No one wants to think about how they would react or feel if an animal runs out whilst they’re driving. Unfortunately, this does happen and it turns out – happens more often than we think, with almost 1 in 5 drivers saying they had hit an animal when they were driving*. Even just a quick shout around the office here at Marmalade, and we found that many of us had encountered an incident involving an animal when driving one way or another. We’ve pulled together a few stories on how people have reacted – and we recommend you read our guide on what to do, just in case.
Coral and the unlucky Bunny
“I hit a little bunny rabbit once (the cute white ones!). He ran out in the middle of a 60mph road and there was no way I could stop or swerve so I didn’t hit him – because he ran out too close to me, it would have been more dangerous for me to try and avoid him. I heard and felt the thud on the front wheel but there was no second thud on the back wheel, then I looked back and saw him hopping away! I had only passed my driving test about 4 months beforehand and this really shook me up because I’d never hit anything before. I didn’t know what to do but there was nothing I could do because he’d already hopped away! I felt SO guilty about it, but I think (hope) he was OK after!”
Natasha’s Fox nightmare
“I had passed my test on the Monday and on the Friday night decided to brave the Forty Foot river bank near where I lived to visit a friend. Coming home, the road was quiet and pitch black. I noticed last minute an animal of some kind poke its head out of the bushes on the other side of the road so I started to slow down because I was too scared to slam my brakes on next to the river – but it was too late… it was a fox and I had hit it! I stopped under a street light next to where it happened to make sure the car was ok because I could hear a scraping noise… it had ripped the corner of my bumper off and cracked my headlight.
I felt absolutely devastated because as I was checking the car, I saw a bigger fox appear from the bushes – I quickly realised I had hit and killed her baby. She went over to the fox on the road, picked it up and ran away with it! I sobbed all the way home, the next day and even now I get tearful when I think about it. The outcome was expensive (car repairs) but now, on a dark road late at night I do less than the speed limit because I am so scared something like a deer will run out and write my car off – and my conscience wouldn’t be able to cope with that!”
Oh Deer, Scott
“When I was at university, I pulled the short straw on a night out and ended up being the designated driver. One the way home along dark country lanes, early hours of the morning, with 3 drunk friends in the car, I saw a deer on the right-hand side of the road. I took action and moved over to the left so I would avoid it, however it shot out over the road and I hit it. I stopped the car and got out to look. I know this isn’t needed by law, but I had to check the animal and the car damage. I could see straight away that the car was badly dented at the front – all the headlights had been smashed in! I looked over to the deer and could clearly see that its neck had been broken but it was still trying to move. I knew at this point I was stuck between doing the humane thing – or making a run for it in pure panic. Long story short, I felt horrible, my parent’s car was ruined, and my friends had no idea it was happening!”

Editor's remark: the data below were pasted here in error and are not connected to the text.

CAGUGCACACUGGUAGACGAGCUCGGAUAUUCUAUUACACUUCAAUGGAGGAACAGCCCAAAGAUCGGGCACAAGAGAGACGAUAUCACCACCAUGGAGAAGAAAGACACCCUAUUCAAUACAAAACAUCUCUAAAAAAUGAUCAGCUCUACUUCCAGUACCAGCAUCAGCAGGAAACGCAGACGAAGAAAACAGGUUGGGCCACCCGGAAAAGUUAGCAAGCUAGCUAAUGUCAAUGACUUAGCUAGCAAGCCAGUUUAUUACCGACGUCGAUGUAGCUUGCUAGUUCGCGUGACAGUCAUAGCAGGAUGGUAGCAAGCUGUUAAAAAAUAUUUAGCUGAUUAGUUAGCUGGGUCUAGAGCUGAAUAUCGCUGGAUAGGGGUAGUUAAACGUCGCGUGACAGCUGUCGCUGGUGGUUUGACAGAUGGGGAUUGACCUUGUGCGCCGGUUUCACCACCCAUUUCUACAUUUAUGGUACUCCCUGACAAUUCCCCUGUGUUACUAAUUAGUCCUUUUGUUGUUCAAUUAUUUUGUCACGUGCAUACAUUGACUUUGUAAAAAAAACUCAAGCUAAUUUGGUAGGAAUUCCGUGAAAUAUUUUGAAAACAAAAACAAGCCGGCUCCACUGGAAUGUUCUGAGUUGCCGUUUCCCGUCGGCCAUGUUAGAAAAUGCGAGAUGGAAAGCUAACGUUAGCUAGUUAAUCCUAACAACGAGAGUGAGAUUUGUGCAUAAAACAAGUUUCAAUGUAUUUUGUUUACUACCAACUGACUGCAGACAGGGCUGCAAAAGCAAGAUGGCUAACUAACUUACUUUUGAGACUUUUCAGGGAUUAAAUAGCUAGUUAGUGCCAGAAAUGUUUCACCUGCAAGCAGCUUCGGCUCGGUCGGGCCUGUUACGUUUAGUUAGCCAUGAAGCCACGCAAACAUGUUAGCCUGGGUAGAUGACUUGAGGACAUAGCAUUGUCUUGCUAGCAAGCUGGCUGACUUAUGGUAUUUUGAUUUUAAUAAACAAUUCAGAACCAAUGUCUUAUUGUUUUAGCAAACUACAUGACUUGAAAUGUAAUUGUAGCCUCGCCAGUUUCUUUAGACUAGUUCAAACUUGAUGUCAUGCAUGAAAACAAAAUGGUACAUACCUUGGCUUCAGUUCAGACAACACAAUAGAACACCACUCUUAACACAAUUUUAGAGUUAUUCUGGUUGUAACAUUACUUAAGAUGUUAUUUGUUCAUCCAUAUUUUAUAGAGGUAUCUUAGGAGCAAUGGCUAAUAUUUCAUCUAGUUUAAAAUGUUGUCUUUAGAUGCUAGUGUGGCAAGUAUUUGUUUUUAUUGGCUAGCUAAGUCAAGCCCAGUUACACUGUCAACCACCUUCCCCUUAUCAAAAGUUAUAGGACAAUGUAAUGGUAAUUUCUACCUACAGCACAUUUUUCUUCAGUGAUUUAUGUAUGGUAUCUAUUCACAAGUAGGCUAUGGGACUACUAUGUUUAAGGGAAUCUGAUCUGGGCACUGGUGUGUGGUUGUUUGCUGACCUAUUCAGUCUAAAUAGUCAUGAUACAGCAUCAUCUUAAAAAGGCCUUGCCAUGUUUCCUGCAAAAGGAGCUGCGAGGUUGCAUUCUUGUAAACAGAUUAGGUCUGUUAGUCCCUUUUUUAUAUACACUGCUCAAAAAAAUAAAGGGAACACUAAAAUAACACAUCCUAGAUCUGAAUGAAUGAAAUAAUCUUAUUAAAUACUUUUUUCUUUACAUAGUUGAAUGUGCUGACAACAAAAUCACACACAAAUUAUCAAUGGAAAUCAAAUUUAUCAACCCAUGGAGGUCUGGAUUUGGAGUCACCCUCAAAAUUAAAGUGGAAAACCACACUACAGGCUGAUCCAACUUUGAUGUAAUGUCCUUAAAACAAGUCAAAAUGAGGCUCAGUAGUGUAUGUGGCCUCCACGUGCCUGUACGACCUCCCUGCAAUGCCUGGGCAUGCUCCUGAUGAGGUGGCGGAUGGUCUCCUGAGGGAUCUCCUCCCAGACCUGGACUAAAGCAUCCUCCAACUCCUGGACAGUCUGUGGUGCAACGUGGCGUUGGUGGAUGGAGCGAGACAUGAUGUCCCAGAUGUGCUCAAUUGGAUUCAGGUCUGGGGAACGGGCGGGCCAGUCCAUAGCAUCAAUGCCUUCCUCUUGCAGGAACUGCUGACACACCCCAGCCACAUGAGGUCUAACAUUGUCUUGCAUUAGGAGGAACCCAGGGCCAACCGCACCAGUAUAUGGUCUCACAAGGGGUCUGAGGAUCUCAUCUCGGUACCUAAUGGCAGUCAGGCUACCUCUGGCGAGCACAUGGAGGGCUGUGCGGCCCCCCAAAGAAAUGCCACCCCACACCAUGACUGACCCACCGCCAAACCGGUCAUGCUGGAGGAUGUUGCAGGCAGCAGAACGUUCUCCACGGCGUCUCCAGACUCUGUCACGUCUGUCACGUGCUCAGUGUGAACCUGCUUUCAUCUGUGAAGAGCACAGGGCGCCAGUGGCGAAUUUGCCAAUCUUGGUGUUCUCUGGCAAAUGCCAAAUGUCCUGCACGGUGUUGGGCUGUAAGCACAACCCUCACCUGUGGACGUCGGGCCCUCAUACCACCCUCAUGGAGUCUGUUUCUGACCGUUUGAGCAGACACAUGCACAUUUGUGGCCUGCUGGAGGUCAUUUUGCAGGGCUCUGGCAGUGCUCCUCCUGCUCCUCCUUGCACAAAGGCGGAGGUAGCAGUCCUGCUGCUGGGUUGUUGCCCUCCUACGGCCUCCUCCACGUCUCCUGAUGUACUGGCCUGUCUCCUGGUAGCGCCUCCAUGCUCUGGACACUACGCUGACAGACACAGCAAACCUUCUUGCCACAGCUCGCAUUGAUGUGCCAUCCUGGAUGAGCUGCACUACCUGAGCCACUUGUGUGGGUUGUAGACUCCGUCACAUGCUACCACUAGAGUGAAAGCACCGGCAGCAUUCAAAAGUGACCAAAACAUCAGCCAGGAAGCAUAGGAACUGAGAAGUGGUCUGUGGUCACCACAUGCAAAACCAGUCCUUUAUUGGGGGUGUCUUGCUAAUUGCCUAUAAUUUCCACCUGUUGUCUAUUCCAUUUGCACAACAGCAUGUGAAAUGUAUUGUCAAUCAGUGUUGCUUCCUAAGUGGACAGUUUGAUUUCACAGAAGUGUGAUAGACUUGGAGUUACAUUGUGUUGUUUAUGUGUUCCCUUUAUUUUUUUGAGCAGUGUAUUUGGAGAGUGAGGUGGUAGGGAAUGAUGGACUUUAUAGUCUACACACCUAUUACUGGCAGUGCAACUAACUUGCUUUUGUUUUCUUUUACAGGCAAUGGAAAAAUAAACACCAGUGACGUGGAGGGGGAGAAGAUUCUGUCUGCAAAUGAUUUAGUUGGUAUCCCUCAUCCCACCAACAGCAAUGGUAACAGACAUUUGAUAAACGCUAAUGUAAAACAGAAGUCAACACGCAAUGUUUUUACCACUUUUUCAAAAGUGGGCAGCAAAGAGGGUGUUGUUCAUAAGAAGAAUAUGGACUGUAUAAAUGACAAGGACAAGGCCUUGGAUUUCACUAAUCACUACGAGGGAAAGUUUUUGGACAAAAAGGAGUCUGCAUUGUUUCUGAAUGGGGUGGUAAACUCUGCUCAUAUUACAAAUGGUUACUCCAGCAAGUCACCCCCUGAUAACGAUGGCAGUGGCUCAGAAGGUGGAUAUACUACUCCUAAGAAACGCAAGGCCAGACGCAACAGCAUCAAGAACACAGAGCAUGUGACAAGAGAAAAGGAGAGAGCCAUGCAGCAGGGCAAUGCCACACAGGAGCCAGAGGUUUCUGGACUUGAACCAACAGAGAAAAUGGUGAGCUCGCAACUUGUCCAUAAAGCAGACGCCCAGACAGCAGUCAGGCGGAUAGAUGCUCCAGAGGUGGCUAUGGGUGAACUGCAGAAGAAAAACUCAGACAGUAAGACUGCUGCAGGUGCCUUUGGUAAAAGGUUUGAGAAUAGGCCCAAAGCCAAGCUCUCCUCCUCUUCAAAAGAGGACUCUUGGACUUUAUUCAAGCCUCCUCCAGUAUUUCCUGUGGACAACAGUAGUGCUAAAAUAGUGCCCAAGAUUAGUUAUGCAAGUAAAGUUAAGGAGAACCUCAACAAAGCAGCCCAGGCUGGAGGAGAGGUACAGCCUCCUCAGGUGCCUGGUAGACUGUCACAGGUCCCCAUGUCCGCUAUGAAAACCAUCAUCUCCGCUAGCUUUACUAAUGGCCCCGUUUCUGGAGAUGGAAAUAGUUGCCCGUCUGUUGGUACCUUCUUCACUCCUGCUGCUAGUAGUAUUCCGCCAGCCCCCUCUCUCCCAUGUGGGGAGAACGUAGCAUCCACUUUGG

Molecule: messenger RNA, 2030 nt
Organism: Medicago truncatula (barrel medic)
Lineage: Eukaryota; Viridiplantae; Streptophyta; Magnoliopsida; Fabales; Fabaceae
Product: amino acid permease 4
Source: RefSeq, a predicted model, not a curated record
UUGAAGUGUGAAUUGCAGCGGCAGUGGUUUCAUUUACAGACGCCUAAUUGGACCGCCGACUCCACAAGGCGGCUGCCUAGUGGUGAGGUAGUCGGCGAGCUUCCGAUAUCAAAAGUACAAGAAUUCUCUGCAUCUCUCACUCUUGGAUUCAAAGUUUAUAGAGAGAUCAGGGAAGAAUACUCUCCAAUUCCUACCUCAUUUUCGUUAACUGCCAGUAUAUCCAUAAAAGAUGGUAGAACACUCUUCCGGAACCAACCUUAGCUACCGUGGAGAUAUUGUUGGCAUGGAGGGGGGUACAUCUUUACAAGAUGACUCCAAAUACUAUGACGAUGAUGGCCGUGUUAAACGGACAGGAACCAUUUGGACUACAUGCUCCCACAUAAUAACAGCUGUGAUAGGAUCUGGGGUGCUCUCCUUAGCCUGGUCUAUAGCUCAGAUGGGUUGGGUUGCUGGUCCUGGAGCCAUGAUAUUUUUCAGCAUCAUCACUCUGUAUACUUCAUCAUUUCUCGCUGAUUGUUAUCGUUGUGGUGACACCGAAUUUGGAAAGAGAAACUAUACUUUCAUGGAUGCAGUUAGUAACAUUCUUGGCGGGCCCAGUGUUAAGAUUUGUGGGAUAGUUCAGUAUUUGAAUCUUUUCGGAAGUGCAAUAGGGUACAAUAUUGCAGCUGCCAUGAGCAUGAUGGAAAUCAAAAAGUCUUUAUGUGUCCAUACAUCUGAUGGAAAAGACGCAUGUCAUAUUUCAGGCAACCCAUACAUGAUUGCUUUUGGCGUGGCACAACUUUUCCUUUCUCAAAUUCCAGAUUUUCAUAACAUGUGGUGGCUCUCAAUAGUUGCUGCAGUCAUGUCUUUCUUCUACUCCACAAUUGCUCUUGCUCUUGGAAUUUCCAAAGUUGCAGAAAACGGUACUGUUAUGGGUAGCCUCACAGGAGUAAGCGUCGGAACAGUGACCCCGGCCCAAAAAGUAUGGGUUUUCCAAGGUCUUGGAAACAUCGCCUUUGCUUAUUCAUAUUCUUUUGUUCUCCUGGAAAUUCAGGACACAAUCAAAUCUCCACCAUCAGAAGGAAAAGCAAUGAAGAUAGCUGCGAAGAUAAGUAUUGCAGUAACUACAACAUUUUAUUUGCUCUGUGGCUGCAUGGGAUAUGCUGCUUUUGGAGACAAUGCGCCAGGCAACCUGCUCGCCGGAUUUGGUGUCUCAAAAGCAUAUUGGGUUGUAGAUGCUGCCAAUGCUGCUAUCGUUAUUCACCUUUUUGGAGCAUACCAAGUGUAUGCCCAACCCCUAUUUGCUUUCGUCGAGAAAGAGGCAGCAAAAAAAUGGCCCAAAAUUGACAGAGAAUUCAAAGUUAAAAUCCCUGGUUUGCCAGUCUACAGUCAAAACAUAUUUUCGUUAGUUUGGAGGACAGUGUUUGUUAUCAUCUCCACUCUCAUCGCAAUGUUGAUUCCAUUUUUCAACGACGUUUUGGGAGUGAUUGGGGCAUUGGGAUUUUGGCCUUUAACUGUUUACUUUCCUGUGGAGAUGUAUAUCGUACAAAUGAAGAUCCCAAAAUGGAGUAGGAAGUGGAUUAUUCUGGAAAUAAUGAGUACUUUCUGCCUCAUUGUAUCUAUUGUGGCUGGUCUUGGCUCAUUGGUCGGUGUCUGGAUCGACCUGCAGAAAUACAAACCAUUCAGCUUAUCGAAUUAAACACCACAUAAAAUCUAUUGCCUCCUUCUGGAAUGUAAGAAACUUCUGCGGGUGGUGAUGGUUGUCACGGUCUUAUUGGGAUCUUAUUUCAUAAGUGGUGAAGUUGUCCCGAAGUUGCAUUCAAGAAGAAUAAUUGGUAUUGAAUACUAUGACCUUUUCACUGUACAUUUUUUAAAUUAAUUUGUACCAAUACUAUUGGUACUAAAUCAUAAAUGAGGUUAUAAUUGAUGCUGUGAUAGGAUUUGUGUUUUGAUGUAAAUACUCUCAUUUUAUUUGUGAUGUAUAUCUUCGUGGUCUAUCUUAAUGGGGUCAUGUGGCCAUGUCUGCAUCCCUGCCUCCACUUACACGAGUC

Bob’s bad luck
Bob’s story highlights what can happen if you make the wrong choice in a moment on the roads. Fortunately, no-one was hurt, but it was a very important lesson for him and may help anyone else who is faced with a similar situation.
“I was driving down the parkway towards town enjoying my music. Suddenly from the right-hand side, a dog ran in front of my car, out of nowhere! My first instinct was to swerve out of the way, so I turned my steering wheel left as soon as I could. Luckily there was no one in the left-hand lane as I ended up slamming into the outer reservation and then the force of the hit took me back into the central reservation! All the while the dog had run off and I had no idea where it had gone.
After slamming into the central reservation time stood still for a while. I couldn’t open my door as it was jammed shut so I desperately unbuckled my seatbelt and jumped over the passenger side. I think my adrenaline kicked in because I was standing in the middle of a busy dual carriageway shaking. Luckily passersby had stopped to see if I was okay and the police and ambulance were called.
After calming down slightly and speaking to my parents on the phone I was assessed by the ambulance and taken home.
Unfortunately, it had caused a massive tail back with the traffic which made it to the local radio traffic report (just what I needed!) One thing that surprised me was that when I was speaking to the police officers about the incident they said the best thing that could have happened was to hit the dog. In my head, I thought there was no way I could have done that, but they explained this outcome would have caused less risk to other road users.
It has been a few years now since this accident and I am very lucky. It has also made me more vigilant on the roads especially roads that are prone to having animals nearby.”
It’s clear from these different stories that we can all react in different ways when something happens that is out of our control. It’s also difficult to know the laws around this, and what you should and shouldn’t do in the different situations. For more information on this, check out our guide on what to do if you hit an animal.
*Marmalade Twitter poll. 414 votes, 18% have hit an animal when driving.